Saudi Arabia and Russia’s decision to extend their oil production cuts has paid off, with both countries set to see their oil revenues increase. Energy Aspects analysis quoted by the Wall Street Journal estimates that Saudi Arabia’s oil revenues could be $30 million a day higher this quarter compared to the last one, while Russia’s oil revenues could expand by $2.8 billion over the same period. The cuts have pushed oil prices higher, as demand continues to remain strong. However, a recent report from the International Energy Agency (IEA) warns that oil demand must drop by about a third by 2030 in order to achieve net-zero emissions targets.
The IEA’s messaging on the need for a reduction in oil demand was not welcomed by oil producers, particularly Saudi Arabia, who argue that the low appetite for investments in new oil and gas supply will jeopardize supply security. JP Morgan’s head of energy equity research, Chrystian Malek, predicts a volatile supercycle for hydrocarbons, with oil prices potentially reaching $150 per barrel, and prices staying above $100 until the end of the decade due to short supply. However, the impact of high oil prices on demand remains unclear, with some suggesting that demand destruction may only occur when crude oil prices reach $100 to $110 per barrel and gasoline prices rise to $4.00 to $4.25 per gallon.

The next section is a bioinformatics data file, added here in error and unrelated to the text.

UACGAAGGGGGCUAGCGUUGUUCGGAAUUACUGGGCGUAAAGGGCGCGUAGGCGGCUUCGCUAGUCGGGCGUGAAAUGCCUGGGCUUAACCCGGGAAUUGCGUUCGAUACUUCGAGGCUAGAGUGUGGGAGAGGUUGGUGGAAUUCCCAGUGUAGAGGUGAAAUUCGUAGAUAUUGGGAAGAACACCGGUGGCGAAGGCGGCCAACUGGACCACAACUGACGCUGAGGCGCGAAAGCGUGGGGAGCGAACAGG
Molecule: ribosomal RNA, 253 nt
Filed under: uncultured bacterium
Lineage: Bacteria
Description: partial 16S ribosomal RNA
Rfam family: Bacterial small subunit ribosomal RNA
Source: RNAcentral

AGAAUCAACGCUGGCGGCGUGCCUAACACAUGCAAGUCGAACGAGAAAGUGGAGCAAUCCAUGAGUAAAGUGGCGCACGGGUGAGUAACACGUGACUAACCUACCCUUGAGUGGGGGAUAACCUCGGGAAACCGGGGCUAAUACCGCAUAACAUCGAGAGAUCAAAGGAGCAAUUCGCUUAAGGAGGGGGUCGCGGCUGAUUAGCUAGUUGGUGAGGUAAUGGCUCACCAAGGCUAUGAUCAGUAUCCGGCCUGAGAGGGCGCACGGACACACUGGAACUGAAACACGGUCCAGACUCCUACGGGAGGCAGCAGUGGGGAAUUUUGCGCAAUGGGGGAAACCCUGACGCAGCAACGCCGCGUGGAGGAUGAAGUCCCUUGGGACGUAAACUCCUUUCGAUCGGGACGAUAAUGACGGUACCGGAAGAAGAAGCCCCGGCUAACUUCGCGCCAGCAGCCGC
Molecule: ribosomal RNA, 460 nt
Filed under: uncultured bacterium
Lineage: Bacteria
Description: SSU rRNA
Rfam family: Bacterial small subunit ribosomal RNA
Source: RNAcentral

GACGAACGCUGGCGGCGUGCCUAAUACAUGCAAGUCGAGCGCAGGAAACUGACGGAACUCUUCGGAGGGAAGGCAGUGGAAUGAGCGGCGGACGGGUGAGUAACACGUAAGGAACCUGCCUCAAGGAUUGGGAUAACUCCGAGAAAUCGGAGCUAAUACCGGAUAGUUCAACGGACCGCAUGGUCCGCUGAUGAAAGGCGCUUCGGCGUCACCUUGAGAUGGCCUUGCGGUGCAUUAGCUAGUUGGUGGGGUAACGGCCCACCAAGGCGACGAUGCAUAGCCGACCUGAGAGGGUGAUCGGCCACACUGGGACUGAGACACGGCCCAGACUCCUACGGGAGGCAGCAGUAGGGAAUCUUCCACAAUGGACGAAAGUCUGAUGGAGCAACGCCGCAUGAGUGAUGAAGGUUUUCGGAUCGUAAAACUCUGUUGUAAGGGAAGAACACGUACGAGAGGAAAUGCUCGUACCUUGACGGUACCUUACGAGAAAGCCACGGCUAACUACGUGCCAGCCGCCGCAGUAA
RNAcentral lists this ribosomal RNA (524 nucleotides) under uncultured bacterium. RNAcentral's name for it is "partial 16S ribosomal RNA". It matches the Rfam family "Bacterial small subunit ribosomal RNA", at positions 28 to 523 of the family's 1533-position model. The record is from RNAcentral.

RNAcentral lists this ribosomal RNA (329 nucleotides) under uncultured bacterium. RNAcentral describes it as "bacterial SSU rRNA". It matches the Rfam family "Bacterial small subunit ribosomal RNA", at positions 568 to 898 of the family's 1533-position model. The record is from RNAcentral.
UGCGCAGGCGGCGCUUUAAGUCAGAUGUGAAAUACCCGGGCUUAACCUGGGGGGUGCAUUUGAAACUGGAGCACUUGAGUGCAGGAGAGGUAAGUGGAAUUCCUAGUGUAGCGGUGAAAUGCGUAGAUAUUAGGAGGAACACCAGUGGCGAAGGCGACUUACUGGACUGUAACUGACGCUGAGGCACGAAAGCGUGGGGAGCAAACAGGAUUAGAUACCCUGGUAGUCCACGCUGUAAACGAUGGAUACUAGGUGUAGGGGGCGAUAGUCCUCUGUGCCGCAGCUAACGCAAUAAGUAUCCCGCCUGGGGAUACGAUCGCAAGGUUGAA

Despite rising oil prices, demand for oil in India has continued to rise, indicating that the impact of high prices on demand may vary across countries. The success of Saudi Arabia and Russia’s production cuts demonstrates the ongoing resilience of oil demand, but the key question is when demand will begin to be eroded by high prices. As the IEA highlights the need for a reduction in oil demand, oil producers face the challenge of balancing their desire for higher prices with the risk of demand destruction caused by these higher prices.